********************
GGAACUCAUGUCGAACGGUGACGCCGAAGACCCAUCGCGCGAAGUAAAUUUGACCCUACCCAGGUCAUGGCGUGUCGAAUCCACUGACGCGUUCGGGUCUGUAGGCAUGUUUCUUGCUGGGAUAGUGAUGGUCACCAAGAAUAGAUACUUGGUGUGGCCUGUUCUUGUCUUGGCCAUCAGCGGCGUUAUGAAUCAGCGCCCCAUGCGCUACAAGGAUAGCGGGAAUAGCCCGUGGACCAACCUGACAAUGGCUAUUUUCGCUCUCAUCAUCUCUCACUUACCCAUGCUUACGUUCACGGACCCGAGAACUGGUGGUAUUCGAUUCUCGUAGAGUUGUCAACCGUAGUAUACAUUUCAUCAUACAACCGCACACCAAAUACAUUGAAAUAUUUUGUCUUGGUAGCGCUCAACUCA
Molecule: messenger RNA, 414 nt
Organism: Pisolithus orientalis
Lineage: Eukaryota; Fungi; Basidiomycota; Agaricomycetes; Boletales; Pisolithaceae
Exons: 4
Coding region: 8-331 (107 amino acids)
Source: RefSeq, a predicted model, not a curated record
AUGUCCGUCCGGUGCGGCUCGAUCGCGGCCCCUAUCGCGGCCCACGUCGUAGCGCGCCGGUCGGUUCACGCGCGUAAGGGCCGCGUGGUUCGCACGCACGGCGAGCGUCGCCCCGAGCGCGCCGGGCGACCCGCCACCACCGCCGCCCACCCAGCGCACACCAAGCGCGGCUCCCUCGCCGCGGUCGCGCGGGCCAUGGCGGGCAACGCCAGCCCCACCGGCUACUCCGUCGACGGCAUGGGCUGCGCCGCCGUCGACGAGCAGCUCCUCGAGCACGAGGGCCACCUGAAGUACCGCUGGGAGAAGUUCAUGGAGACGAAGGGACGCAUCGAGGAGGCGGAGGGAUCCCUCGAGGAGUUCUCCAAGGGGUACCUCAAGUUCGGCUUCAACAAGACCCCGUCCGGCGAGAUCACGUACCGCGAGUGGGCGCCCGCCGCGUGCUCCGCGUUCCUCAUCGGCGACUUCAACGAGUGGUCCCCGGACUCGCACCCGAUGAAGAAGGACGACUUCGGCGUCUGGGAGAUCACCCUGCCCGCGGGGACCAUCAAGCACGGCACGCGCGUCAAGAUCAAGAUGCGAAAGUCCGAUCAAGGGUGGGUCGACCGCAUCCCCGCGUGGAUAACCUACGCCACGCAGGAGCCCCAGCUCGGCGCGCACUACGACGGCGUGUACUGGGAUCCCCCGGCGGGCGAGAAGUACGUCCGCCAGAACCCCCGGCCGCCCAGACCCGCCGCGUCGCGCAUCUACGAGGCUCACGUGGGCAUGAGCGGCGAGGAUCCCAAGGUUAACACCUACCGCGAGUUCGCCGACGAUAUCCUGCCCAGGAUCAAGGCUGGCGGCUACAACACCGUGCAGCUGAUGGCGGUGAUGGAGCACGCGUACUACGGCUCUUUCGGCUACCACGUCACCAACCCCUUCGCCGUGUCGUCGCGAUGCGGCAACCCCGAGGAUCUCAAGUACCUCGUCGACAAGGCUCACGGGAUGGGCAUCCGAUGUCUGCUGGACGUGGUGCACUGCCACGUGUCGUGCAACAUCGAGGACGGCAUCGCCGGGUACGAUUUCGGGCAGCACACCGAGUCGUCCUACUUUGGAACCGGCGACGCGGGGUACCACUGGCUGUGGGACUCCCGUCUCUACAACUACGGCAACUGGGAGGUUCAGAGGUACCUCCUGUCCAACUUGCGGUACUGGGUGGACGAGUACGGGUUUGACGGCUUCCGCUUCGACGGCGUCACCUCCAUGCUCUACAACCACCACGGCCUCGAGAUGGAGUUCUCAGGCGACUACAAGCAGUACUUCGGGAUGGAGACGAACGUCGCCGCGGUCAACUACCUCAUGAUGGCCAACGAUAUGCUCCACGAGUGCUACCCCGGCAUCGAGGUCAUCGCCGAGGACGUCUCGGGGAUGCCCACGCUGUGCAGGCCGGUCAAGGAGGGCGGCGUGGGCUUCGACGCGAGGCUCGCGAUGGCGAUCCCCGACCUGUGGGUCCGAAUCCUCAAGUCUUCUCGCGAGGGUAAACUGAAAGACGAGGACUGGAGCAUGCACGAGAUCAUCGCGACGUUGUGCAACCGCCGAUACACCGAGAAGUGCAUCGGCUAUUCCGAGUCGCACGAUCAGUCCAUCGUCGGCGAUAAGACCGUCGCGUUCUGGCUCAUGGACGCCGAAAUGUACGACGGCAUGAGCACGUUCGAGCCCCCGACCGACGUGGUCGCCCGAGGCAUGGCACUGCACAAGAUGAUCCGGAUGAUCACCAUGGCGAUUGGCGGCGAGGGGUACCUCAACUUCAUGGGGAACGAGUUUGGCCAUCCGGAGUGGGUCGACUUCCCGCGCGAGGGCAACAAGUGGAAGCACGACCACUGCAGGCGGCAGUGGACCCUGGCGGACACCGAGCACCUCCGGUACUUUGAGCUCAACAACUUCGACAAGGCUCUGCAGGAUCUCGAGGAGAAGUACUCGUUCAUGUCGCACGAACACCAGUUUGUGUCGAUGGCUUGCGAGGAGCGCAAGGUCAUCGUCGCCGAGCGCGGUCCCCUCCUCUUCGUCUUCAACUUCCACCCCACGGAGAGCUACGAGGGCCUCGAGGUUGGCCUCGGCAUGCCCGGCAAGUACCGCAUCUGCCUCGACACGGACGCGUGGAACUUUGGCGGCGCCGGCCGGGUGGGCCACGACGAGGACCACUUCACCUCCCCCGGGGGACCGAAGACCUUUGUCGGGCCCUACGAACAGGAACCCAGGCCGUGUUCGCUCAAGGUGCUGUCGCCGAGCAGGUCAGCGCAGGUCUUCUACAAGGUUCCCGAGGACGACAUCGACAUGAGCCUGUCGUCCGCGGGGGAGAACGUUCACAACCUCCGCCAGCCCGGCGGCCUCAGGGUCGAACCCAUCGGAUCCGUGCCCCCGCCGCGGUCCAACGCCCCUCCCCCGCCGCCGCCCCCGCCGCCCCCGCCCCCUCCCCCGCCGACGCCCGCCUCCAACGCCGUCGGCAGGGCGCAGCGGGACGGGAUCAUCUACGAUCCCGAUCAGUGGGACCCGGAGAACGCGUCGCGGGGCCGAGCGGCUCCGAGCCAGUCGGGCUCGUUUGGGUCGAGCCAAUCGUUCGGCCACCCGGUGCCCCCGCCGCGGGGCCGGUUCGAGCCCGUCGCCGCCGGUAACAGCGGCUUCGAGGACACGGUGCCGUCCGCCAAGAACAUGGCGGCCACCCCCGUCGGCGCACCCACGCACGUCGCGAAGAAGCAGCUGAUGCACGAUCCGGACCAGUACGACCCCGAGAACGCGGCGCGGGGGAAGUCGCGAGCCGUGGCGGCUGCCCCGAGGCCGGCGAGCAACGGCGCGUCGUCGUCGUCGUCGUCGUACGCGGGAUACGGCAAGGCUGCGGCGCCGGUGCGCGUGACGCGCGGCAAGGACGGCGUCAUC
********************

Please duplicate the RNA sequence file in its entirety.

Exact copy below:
GGAACUCAUGUCGAACGGUGACGCCGAAGACCCAUCGCGCGAAGUAAAUUUGACCCUACCCAGGUCAUGGCGUGUCGAAUCCACUGACGCGUUCGGGUCUGUAGGCAUGUUUCUUGCUGGGAUAGUGAUGGUCACCAAGAAUAGAUACUUGGUGUGGCCUGUUCUUGUCUUGGCCAUCAGCGGCGUUAUGAAUCAGCGCCCCAUGCGCUACAAGGAUAGCGGGAAUAGCCCGUGGACCAACCUGACAAUGGCUAUUUUCGCUCUCAUCAUCUCUCACUUACCCAUGCUUACGUUCACGGACCCGAGAACUGGUGGUAUUCGAUUCUCGUAGAGUUGUCAACCGUAGUAUACAUUUCAUCAUACAACCGCACACCAAAUACAUUGAAAUAUUUUGUCUUGGUAGCGCUCAACUCA
Molecule: messenger RNA, 414 nt
Organism: Pisolithus orientalis
Lineage: Eukaryota; Fungi; Basidiomycota; Agaricomycetes; Boletales; Pisolithaceae
Exons: 4
Coding region: 8-331 (107 amino acids)
Source: RefSeq, a predicted model, not a curated record
AUGUCCGUCCGGUGCGGCUCGAUCGCGGCCCCUAUCGCGGCCCACGUCGUAGCGCGCCGGUCGGUUCACGCGCGUAAGGGCCGCGUGGUUCGCACGCACGGCGAGCGUCGCCCCGAGCGCGCCGGGCGACCCGCCACCACCGCCGCCCACCCAGCGCACACCAAGCGCGGCUCCCUCGCCGCGGUCGCGCGGGCCAUGGCGGGCAACGCCAGCCCCACCGGCUACUCCGUCGACGGCAUGGGCUGCGCCGCCGUCGACGAGCAGCUCCUCGAGCACGAGGGCCACCUGAAGUACCGCUGGGAGAAGUUCAUGGAGACGAAGGGACGCAUCGAGGAGGCGGAGGGAUCCCUCGAGGAGUUCUCCAAGGGGUACCUCAAGUUCGGCUUCAACAAGACCCCGUCCGGCGAGAUCACGUACCGCGAGUGGGCGCCCGCCGCGUGCUCCGCGUUCCUCAUCGGCGACUUCAACGAGUGGUCCCCGGACUCGCACCCGAUGAAGAAGGACGACUUCGGCGUCUGGGAGAUCACCCUGCCCGCGGGGACCAUCAAGCACGGCACGCGCGUCAAGAUCAAGAUGCGAAAGUCCGAUCAAGGGUGGGUCGACCGCAUCCCCGCGUGGAUAACCUACGCCACGCAGGAGCCCCAGCUCGGCGCGCACUACGACGGCGUGUACUGGGAUCCCCCGGCGGGCGAGAAGUACGUCCGCCAGAACCCCCGGCCGCCCAGACCCGCCGCGUCGCGCAUCUACGAGGCUCACGUGGGCAUGAGCGGCGAGGAUCCCAAGGUUAACACCUACCGCGAGUUCGCCGACGAUAUCCUGCCCAGGAUCAAGGCUGGCGGCUACAACACCGUGCAGCUGAUGGCGGUGAUGGAGCACGCGUACUACGGCUCUUUCGGCUACCACGUCACCAACCCCUUCGCCGUGUCGUCGCGAUGCGGCAACCCCGAGGAUCUCAAGUACCUCGUCGACAAGGCUCACGGGAUGGGCAUCCGAUGUCUGCUGGACGUGGUGCACUGCCACGUGUCGUGCAACAUCGAGGACGGCAUCGCCGGGUACGAUUUCGGGCAGCACACCGAGUCGUCCUACUUUGGAACCGGCGACGCGGGGUACCACUGGCUGUGGGACUCCCGUCUCUACAACUACGGCAACUGGGAGGUUCAGAGGUACCUCCUGUCCAACUUGCGGUACUGGGUGGACGAGUACGGGUUUGACGGCUUCCGCUUCGACGGCGUCACCUCCAUGCUCUACAACCACCACGGCCUCGAGAUGGAGUUCUCAGGCGACUACAAGCAGUACUUCGGGAUGGAGACGAACGUCGCCGCGGUCAACUACCUCAUGAUGGCCAACGAUAUGCUCCACGAGUGCUACCCCGGCAUCGAGGUCAUCGCCGAGGACGUCUCGGGGAUGCCCACGCUGUGCAGGCCGGUCAAGGAGGGCGGCGUGGGCUUCGACGCGAGGCUCGCGAUGGCGAUCCCCGACCUGUGGGUCCGAAUCCUCAAGUCUUCUCGCGAGGGUAAACUGAAAGACGAGGACUGGAGCAUGCACGAGAUCAUCGCGACGUUGUGCAACCGCCGAUACACCGAGAAGUGCAUCGGCUAUUCCGAGUCGCACGAUCAGUCCAUCGUCGGCGAUAAGACCGUCGCGUUCUGGCUCAUGGACGCCGAAAUGUACGACGGCAUGAGCACGUUCGAGCCCCCGACCGACGUGGUCGCCCGAGGCAUGGCACUGCACAAGAUGAUCCGGAUGAUCACCAUGGCGAUUGGCGGCGAGGGGUACCUCAACUUCAUGGGGAACGAGUUUGGCCAUCCGGAGUGGGUCGACUUCCCGCGCGAGGGCAACAAGUGGAAGCACGACCACUGCAGGCGGCAGUGGACCCUGGCGGACACCGAGCACCUCCGGUACUUUGAGCUCAACAACUUCGACAAGGCUCUGCAGGAUCUCGAGGAGAAGUACUCGUUCAUGUCGCACGAACACCAGUUUGUGUCGAUGGCUUGCGAGGAGCGCAAGGUCAUCGUCGCCGAGCGCGGUCCCCUCCUCUUCGUCUUCAACUUCCACCCCACGGAGAGCUACGAGGGCCUCGAGGUUGGCCUCGGCAUGCCCGGCAAGUACCGCAUCUGCCUCGACACGGACGCGUGGAACUUUGGCGGCGCCGGCCGGGUGGGCCACGACGAGGACCACUUCACCUCCCCCGGGGGACCGAAGACCUUUGUCGGGCCCUACGAACAGGAACCCAGGCCGUGUUCGCUCAAGGUGCUGUCGCCGAGCAGGUCAGCGCAGGUCUUCUACAAGGUUCCCGAGGACGACAUCGACAUGAGCCUGUCGUCCGCGGGGGAGAACGUUCACAACCUCCGCCAGCCCGGCGGCCUCAGGGUCGAACCCAUCGGAUCCGUGCCCCCGCCGCGGUCCAACGCCCCUCCCCCGCCGCCGCCCCCGCCGCCCCCGCCCCCUCCCCCGCCGACGCCCGCCUCCAACGCCGUCGGCAGGGCGCAGCGGGACGGGAUCAUCUACGAUCCCGAUCAGUGGGACCCGGAGAACGCGUCGCGGGGCCGAGCGGCUCCGAGCCAGUCGGGCUCGUUUGGGUCGAGCCAAUCGUUCGGCCACCCGGUGCCCCCGCCGCGGGGCCGGUUCGAGCCCGUCGCCGCCGGUAACAGCGGCUUCGAGGACACGGUGCCGUCCGCCAAGAACAUGGCGGCCACCCCCGUCGGCGCACCCACGCACGUCGCGAAGAAGCAGCUGAUGCACGAUCCGGACCAGUACGACCCCGAGAACGCGGCGCGGGGGAAGUCGCGAGCCGUGGCGGCUGCCCCGAGGCCGGCGAGCAACGGCGCGUCGUCGUCGUCGUCGUCGUACGCGGGAUACGGCAAGGCUGCGGCGCCGGUGCGCGUGACGCGCGGCAAGGACGGCGUCAUC